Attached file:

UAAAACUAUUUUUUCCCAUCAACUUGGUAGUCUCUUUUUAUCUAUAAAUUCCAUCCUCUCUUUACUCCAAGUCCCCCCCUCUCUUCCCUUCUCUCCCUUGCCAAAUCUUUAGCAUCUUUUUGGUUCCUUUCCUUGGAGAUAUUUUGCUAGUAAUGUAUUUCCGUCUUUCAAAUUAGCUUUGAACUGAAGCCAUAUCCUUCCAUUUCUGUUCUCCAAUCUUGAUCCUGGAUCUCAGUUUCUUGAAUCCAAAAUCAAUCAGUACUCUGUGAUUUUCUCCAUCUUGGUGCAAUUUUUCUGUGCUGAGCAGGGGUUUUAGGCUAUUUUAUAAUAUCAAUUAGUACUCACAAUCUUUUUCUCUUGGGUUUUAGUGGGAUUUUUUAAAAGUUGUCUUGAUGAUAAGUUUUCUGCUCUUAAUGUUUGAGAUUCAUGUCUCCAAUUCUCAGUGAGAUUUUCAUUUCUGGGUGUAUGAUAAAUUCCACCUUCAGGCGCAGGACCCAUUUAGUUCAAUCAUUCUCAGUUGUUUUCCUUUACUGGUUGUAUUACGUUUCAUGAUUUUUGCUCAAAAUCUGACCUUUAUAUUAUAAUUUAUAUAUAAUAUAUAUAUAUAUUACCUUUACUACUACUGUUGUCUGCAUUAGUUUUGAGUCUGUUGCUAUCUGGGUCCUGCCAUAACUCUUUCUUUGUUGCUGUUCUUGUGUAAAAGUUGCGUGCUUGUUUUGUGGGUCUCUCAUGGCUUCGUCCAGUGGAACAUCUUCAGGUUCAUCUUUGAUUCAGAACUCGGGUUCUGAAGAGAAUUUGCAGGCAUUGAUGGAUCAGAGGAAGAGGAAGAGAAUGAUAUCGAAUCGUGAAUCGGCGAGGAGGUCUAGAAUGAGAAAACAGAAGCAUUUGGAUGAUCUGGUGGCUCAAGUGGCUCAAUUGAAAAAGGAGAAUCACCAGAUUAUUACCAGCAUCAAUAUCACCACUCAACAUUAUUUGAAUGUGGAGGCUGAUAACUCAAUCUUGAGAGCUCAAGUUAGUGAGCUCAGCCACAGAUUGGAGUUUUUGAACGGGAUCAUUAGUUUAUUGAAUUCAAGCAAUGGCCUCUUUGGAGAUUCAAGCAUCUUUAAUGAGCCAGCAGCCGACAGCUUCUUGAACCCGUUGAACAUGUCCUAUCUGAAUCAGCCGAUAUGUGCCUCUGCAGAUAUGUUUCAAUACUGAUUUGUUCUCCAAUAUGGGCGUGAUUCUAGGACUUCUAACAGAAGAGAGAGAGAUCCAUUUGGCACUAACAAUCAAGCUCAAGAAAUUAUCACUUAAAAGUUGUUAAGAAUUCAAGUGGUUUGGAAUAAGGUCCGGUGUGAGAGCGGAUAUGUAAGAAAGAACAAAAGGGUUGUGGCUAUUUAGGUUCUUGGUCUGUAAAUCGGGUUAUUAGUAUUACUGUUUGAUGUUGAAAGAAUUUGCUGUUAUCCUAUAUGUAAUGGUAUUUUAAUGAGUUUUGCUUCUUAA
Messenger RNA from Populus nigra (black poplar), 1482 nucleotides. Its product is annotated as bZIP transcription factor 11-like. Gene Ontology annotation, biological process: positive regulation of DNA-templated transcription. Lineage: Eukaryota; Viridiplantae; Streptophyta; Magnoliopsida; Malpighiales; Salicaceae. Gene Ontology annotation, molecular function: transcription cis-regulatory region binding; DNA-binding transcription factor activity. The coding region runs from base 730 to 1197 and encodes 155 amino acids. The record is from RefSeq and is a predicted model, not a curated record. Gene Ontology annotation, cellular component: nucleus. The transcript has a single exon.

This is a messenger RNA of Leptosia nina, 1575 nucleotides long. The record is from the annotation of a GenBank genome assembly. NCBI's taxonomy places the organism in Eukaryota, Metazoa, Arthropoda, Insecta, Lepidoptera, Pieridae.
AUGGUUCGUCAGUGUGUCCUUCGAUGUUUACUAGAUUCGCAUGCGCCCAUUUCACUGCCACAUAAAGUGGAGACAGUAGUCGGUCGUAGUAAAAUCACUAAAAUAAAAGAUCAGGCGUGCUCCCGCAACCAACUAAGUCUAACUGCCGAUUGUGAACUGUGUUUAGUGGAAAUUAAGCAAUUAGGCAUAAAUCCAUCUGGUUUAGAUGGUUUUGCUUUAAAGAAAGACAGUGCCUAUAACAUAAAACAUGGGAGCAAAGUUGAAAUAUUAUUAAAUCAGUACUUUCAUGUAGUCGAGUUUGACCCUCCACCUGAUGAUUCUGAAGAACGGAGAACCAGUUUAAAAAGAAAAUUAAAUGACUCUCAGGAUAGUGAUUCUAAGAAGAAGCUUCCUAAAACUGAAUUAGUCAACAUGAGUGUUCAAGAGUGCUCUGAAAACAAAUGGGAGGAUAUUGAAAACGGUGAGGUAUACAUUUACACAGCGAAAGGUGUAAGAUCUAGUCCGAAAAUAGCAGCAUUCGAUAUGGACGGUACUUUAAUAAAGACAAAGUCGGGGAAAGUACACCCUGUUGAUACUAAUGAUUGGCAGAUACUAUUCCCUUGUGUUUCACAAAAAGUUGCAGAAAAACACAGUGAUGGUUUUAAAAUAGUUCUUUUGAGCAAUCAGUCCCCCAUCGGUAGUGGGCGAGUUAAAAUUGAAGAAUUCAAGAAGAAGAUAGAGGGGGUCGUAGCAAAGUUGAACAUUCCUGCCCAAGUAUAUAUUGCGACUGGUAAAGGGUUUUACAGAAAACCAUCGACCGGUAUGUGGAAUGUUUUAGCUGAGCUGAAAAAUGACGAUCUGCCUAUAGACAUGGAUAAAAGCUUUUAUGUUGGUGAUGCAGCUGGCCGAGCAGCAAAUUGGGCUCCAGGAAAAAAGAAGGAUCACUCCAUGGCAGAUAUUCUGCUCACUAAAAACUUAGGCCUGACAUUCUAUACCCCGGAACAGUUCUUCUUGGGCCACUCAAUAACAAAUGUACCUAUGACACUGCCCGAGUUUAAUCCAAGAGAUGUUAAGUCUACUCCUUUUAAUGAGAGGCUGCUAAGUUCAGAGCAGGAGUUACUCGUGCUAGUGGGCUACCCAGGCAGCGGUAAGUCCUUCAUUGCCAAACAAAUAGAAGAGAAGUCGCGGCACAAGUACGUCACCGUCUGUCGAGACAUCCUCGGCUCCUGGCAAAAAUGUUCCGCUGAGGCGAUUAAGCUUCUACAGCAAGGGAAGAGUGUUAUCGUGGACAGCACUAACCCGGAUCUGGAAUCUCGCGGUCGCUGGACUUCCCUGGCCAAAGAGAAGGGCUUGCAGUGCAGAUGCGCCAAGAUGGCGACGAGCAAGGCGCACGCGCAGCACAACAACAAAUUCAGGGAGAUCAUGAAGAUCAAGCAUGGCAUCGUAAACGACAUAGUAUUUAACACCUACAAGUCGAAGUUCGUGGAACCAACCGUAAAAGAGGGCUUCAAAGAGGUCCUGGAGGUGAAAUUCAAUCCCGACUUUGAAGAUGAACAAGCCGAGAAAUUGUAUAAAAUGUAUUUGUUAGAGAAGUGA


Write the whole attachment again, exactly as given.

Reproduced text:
UAAAACUAUUUUUUCCCAUCAACUUGGUAGUCUCUUUUUAUCUAUAAAUUCCAUCCUCUCUUUACUCCAAGUCCCCCCCUCUCUUCCCUUCUCUCCCUUGCCAAAUCUUUAGCAUCUUUUUGGUUCCUUUCCUUGGAGAUAUUUUGCUAGUAAUGUAUUUCCGUCUUUCAAAUUAGCUUUGAACUGAAGCCAUAUCCUUCCAUUUCUGUUCUCCAAUCUUGAUCCUGGAUCUCAGUUUCUUGAAUCCAAAAUCAAUCAGUACUCUGUGAUUUUCUCCAUCUUGGUGCAAUUUUUCUGUGCUGAGCAGGGGUUUUAGGCUAUUUUAUAAUAUCAAUUAGUACUCACAAUCUUUUUCUCUUGGGUUUUAGUGGGAUUUUUUAAAAGUUGUCUUGAUGAUAAGUUUUCUGCUCUUAAUGUUUGAGAUUCAUGUCUCCAAUUCUCAGUGAGAUUUUCAUUUCUGGGUGUAUGAUAAAUUCCACCUUCAGGCGCAGGACCCAUUUAGUUCAAUCAUUCUCAGUUGUUUUCCUUUACUGGUUGUAUUACGUUUCAUGAUUUUUGCUCAAAAUCUGACCUUUAUAUUAUAAUUUAUAUAUAAUAUAUAUAUAUAUUACCUUUACUACUACUGUUGUCUGCAUUAGUUUUGAGUCUGUUGCUAUCUGGGUCCUGCCAUAACUCUUUCUUUGUUGCUGUUCUUGUGUAAAAGUUGCGUGCUUGUUUUGUGGGUCUCUCAUGGCUUCGUCCAGUGGAACAUCUUCAGGUUCAUCUUUGAUUCAGAACUCGGGUUCUGAAGAGAAUUUGCAGGCAUUGAUGGAUCAGAGGAAGAGGAAGAGAAUGAUAUCGAAUCGUGAAUCGGCGAGGAGGUCUAGAAUGAGAAAACAGAAGCAUUUGGAUGAUCUGGUGGCUCAAGUGGCUCAAUUGAAAAAGGAGAAUCACCAGAUUAUUACCAGCAUCAAUAUCACCACUCAACAUUAUUUGAAUGUGGAGGCUGAUAACUCAAUCUUGAGAGCUCAAGUUAGUGAGCUCAGCCACAGAUUGGAGUUUUUGAACGGGAUCAUUAGUUUAUUGAAUUCAAGCAAUGGCCUCUUUGGAGAUUCAAGCAUCUUUAAUGAGCCAGCAGCCGACAGCUUCUUGAACCCGUUGAACAUGUCCUAUCUGAAUCAGCCGAUAUGUGCCUCUGCAGAUAUGUUUCAAUACUGAUUUGUUCUCCAAUAUGGGCGUGAUUCUAGGACUUCUAACAGAAGAGAGAGAGAUCCAUUUGGCACUAACAAUCAAGCUCAAGAAAUUAUCACUUAAAAGUUGUUAAGAAUUCAAGUGGUUUGGAAUAAGGUCCGGUGUGAGAGCGGAUAUGUAAGAAAGAACAAAAGGGUUGUGGCUAUUUAGGUUCUUGGUCUGUAAAUCGGGUUAUUAGUAUUACUGUUUGAUGUUGAAAGAAUUUGCUGUUAUCCUAUAUGUAAUGGUAUUUUAAUGAGUUUUGCUUCUUAA
Messenger RNA from Populus nigra (black poplar), 1482 nucleotides. Its product is annotated as bZIP transcription factor 11-like. Gene Ontology annotation, biological process: positive regulation of DNA-templated transcription. Lineage: Eukaryota; Viridiplantae; Streptophyta; Magnoliopsida; Malpighiales; Salicaceae. Gene Ontology annotation, molecular function: transcription cis-regulatory region binding; DNA-binding transcription factor activity. The coding region runs from base 730 to 1197 and encodes 155 amino acids. The record is from RefSeq and is a predicted model, not a curated record. Gene Ontology annotation, cellular component: nucleus. The transcript has a single exon.

This is a messenger RNA of Leptosia nina, 1575 nucleotides long. The record is from the annotation of a GenBank genome assembly. NCBI's taxonomy places the organism in Eukaryota, Metazoa, Arthropoda, Insecta, Lepidoptera, Pieridae.
AUGGUUCGUCAGUGUGUCCUUCGAUGUUUACUAGAUUCGCAUGCGCCCAUUUCACUGCCACAUAAAGUGGAGACAGUAGUCGGUCGUAGUAAAAUCACUAAAAUAAAAGAUCAGGCGUGCUCCCGCAACCAACUAAGUCUAACUGCCGAUUGUGAACUGUGUUUAGUGGAAAUUAAGCAAUUAGGCAUAAAUCCAUCUGGUUUAGAUGGUUUUGCUUUAAAGAAAGACAGUGCCUAUAACAUAAAACAUGGGAGCAAAGUUGAAAUAUUAUUAAAUCAGUACUUUCAUGUAGUCGAGUUUGACCCUCCACCUGAUGAUUCUGAAGAACGGAGAACCAGUUUAAAAAGAAAAUUAAAUGACUCUCAGGAUAGUGAUUCUAAGAAGAAGCUUCCUAAAACUGAAUUAGUCAACAUGAGUGUUCAAGAGUGCUCUGAAAACAAAUGGGAGGAUAUUGAAAACGGUGAGGUAUACAUUUACACAGCGAAAGGUGUAAGAUCUAGUCCGAAAAUAGCAGCAUUCGAUAUGGACGGUACUUUAAUAAAGACAAAGUCGGGGAAAGUACACCCUGUUGAUACUAAUGAUUGGCAGAUACUAUUCCCUUGUGUUUCACAAAAAGUUGCAGAAAAACACAGUGAUGGUUUUAAAAUAGUUCUUUUGAGCAAUCAGUCCCCCAUCGGUAGUGGGCGAGUUAAAAUUGAAGAAUUCAAGAAGAAGAUAGAGGGGGUCGUAGCAAAGUUGAACAUUCCUGCCCAAGUAUAUAUUGCGACUGGUAAAGGGUUUUACAGAAAACCAUCGACCGGUAUGUGGAAUGUUUUAGCUGAGCUGAAAAAUGACGAUCUGCCUAUAGACAUGGAUAAAAGCUUUUAUGUUGGUGAUGCAGCUGGCCGAGCAGCAAAUUGGGCUCCAGGAAAAAAGAAGGAUCACUCCAUGGCAGAUAUUCUGCUCACUAAAAACUUAGGCCUGACAUUCUAUACCCCGGAACAGUUCUUCUUGGGCCACUCAAUAACAAAUGUACCUAUGACACUGCCCGAGUUUAAUCCAAGAGAUGUUAAGUCUACUCCUUUUAAUGAGAGGCUGCUAAGUUCAGAGCAGGAGUUACUCGUGCUAGUGGGCUACCCAGGCAGCGGUAAGUCCUUCAUUGCCAAACAAAUAGAAGAGAAGUCGCGGCACAAGUACGUCACCGUCUGUCGAGACAUCCUCGGCUCCUGGCAAAAAUGUUCCGCUGAGGCGAUUAAGCUUCUACAGCAAGGGAAGAGUGUUAUCGUGGACAGCACUAACCCGGAUCUGGAAUCUCGCGGUCGCUGGACUUCCCUGGCCAAAGAGAAGGGCUUGCAGUGCAGAUGCGCCAAGAUGGCGACGAGCAAGGCGCACGCGCAGCACAACAACAAAUUCAGGGAGAUCAUGAAGAUCAAGCAUGGCAUCGUAAACGACAUAGUAUUUAACACCUACAAGUCGAAGUUCGUGGAACCAACCGUAAAAGAGGGCUUCAAAGAGGUCCUGGAGGUGAAAUUCAAUCCCGACUUUGAAGAUGAACAAGCCGAGAAAUUGUAUAAAAUGUAUUUGUUAGAGAAGUGA